Many observers have long noted that prosperity is the key to peace and stability in the Balkans -- demagogues and war came to the former Yugoslavia only after a decade of economic decline. It will be interesting to see if a Georgievski-led government could boost Macedonia's standard of living so that all its citizens would feel that they have a stake in that state and its future.

Frustration in Munich. The "Sueddeutsche Zeitung" reported on October 6 that the Bavarian Interior Ministry has stopped deporting Kosovars back to Milosevic's Yugoslavia. The reason: following the EU's decision to ban JAT from landing in EU countries, there is no easy way left to send back the Kosovars. That is because Belgrade accepts deportees only if they arrive by JAT. (Foreign Minister Klaus Kinkel had earlier warned against banning JAT precisely for that reason.)

But officials in Munich were resourceful and arranged for the deportees to be carried home on a JAT flight out of Zurich. The Yugoslav authorities, however, would not accept this arrangement and sent the Kosovars back to Switzerland. Meanwhile, German groups supporting refugees and asylum seekers hope that the new government in Bonn will take a different attitude toward Kosovars, Bosnians and other foreigners than did its predecessor, whose views were similar to those of the Bavarian authorities.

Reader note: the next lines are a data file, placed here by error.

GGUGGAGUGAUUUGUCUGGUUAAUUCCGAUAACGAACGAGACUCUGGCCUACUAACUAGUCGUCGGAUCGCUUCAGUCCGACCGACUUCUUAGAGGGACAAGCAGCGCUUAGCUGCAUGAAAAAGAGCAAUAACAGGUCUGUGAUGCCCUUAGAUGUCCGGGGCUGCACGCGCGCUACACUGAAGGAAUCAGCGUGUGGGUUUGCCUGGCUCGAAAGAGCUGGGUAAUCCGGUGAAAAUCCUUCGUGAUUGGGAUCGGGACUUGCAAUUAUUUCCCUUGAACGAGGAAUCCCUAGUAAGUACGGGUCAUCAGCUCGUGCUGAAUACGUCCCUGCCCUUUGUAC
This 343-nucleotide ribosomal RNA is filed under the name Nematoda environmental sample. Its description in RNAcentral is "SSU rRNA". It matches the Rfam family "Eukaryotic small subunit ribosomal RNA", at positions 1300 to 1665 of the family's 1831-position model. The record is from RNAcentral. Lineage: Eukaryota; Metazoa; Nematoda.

Quotes of the Week. U.S. Secretary of State Madeleine Albright, of Slobodan Milosevic, on October 5: "We are dealing with someone we never trusted."

On October 8: "Time and again, Milosevic has promised us to do things he had no intention of doing."

Veteran Bosnian peace negotiator Lord David Owen, in Geneva on October 6: "In the last eight to ten years, there has been a tendency for NATO to speak loudly but never actually to use the stick...Having uttered these threats, I think they have got to make good on them" to maintain the alliance's credibility.

Russian Foreign Minister Igor Ivanov, in a television interview on October 5: "There is no solution by force to the Kosovar problem. Its source lies in an ethnic conflict, and bombs cannot solve ethnic conflicts."

Ethnic Albanian displaced person, quoted by Reuters on October 12: "There will be no solution without bombing because history shows the only way to negotiate with Serbs is with a gun."

The "Frankfurter Allgemeine Zeitung," referring on October 7 to Serbian television's penchant for showing footage of reported victims of UCK massacres: "a permanent festival of necrophilia."

The U.S. Embassy in Sarajevo, responding on October 8 to charges by Serbian supporters of Radovan Karadzic that NATO air strikes against Serbia would be an attack on all Serbs: Any NATO intervention "would not be directed against the Serbian people or the Republika Srpska. It would be against those whose operations have led to the death of over 1,500 people and the creation of some 400,000 refugees and displaced persons."